Shopping Cart
Your Cart is Empty
Quantity:
Subtotal
Taxes
Shipping
Total
There was an error with PayPalClick here to try again
CelebrateThank you for your business!You should be receiving an order confirmation from Paypal shortly.Exit Shopping Cart

Blog

Blog

CAM Therapies in treating non-specific LOW BACK PAIN

Posted on September 27, 2015 at 11:05 AM

 

 

 

Complementary and Alternative Therapies for Back Pain II

 

Evidence Reports/Technology Assessments, No. 194

 

Investigators: Andrea D Furlan, MD, PhD, Fatemeh Yazdi, BScPT, MSc, Alexander Tsertsvadze, MD, MSc, Anita Gross, BScPT, MSc, Maurits Van Tulder, PhD, Lina Santaguida, BScPT, PhD, Dan Cherkin, PhD, Joel Gagnier, ND, PhD, Carlo Ammendolia, DC, PhD, Mohammed T Ansari, MBBS, MMedSc, MPhil, Thomas Ostermann, PhD, Trish Dryden, RMT, MEd, Steve Doucette, MSc, Becky Skidmore, MLS, Raymond Daniel, BA, Sophia Tsouros, BHKin, Laura Weeks, PhD, and James Galipeau, PhD.

 

University of Ottawa Evidence-based Practice Center

 

Rockville (MD): Agency for Healthcare Research and Quality (US); 2010 Oct.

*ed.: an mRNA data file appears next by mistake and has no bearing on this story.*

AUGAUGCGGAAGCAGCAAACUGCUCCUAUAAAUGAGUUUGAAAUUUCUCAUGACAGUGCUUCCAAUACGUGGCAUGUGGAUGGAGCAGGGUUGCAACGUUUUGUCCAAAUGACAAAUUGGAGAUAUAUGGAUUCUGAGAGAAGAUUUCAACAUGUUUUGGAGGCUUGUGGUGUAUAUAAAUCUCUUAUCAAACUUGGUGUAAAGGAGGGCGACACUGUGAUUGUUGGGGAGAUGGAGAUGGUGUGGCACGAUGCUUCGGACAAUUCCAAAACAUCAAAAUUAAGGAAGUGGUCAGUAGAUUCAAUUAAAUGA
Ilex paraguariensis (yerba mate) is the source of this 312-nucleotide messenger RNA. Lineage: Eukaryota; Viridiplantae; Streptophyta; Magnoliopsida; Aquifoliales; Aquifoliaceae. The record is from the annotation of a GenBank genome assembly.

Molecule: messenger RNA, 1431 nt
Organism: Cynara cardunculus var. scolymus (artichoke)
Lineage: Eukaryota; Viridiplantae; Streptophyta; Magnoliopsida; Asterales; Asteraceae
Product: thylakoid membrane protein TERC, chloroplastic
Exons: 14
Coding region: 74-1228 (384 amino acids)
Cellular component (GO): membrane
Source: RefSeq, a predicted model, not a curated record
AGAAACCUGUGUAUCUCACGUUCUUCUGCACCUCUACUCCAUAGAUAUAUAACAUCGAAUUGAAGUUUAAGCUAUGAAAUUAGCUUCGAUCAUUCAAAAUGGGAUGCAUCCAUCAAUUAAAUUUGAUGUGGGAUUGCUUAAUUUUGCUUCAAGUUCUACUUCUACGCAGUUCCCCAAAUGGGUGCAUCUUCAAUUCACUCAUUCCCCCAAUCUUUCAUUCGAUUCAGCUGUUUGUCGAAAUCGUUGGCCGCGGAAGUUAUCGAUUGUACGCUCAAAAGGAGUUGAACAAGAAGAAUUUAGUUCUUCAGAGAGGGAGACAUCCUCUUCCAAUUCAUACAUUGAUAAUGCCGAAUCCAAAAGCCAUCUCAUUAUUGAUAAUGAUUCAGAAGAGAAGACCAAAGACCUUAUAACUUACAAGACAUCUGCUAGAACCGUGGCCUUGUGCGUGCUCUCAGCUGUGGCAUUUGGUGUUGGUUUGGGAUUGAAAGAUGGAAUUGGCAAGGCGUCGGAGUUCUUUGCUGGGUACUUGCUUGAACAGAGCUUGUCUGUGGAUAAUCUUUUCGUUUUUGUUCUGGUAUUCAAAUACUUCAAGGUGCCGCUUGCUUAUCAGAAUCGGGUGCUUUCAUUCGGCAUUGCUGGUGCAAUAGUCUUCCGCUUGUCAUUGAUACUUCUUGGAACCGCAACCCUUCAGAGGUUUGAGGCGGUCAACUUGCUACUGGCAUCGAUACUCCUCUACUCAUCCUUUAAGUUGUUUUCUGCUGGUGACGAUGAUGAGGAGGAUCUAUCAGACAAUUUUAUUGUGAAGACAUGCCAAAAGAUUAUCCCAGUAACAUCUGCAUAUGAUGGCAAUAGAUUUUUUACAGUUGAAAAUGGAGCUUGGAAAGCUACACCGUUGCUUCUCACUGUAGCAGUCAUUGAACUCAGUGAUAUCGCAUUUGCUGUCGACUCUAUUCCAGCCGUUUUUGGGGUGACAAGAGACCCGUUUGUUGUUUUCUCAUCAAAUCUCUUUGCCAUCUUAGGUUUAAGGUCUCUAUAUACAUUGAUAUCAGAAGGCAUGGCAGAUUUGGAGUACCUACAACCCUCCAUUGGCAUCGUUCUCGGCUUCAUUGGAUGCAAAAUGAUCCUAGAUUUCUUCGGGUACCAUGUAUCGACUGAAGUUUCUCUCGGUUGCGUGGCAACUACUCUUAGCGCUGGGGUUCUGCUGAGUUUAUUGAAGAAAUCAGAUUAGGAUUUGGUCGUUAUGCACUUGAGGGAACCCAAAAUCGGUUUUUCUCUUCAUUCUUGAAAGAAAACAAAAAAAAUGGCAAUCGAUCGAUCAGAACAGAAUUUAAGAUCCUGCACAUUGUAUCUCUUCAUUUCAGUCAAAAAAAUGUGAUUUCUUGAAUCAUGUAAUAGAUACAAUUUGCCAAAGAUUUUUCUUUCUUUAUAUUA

Report No.: 10(11)-E007

 

Copyright and Permissions

 

 

 

Structured Abstract

 

Background:

Back and neck pain are important health problems with serious societal and economic implications. Conventional treatments have been shown to have limited benefit in improving patient outcomes. Complementary and Alternative Medicine (CAM) therapies offer additional options in the management of low back and neck pain. Many trials evaluating CAM therapies have poor quality and inconsistent results.

 

Objectives:

To systematically review the efficacy, effectiveness, cost-effectiveness, and harms of acupuncture, spinal manipulation, mobilization, and massage techniques in management of back, neck, and/or thoracic pain.

 

Data Sources:

MEDLINE, Cochrane Central, Cochrane Database of Systematic Reviews, CINAHL, and EMBASE were searched up to 2010; unpublished literature and reference lists of relevant articles were also searched.

 

Study Selection:

All records were screened by two independent reviewers. Primary reports of comparative efficacy, effectiveness, harms, and/or economic evaluations from randomized controlled trials (RCTs) of the CAM therapies in adults (age ≥ 18 years) with back, neck, or thoracic pain were eligible. Non-randomized controlled trials and observational studies (case‐control, cohort, cross-sectional) comparing harms were also included. Reviews, case reports, editorials, commentaries or letters were excluded.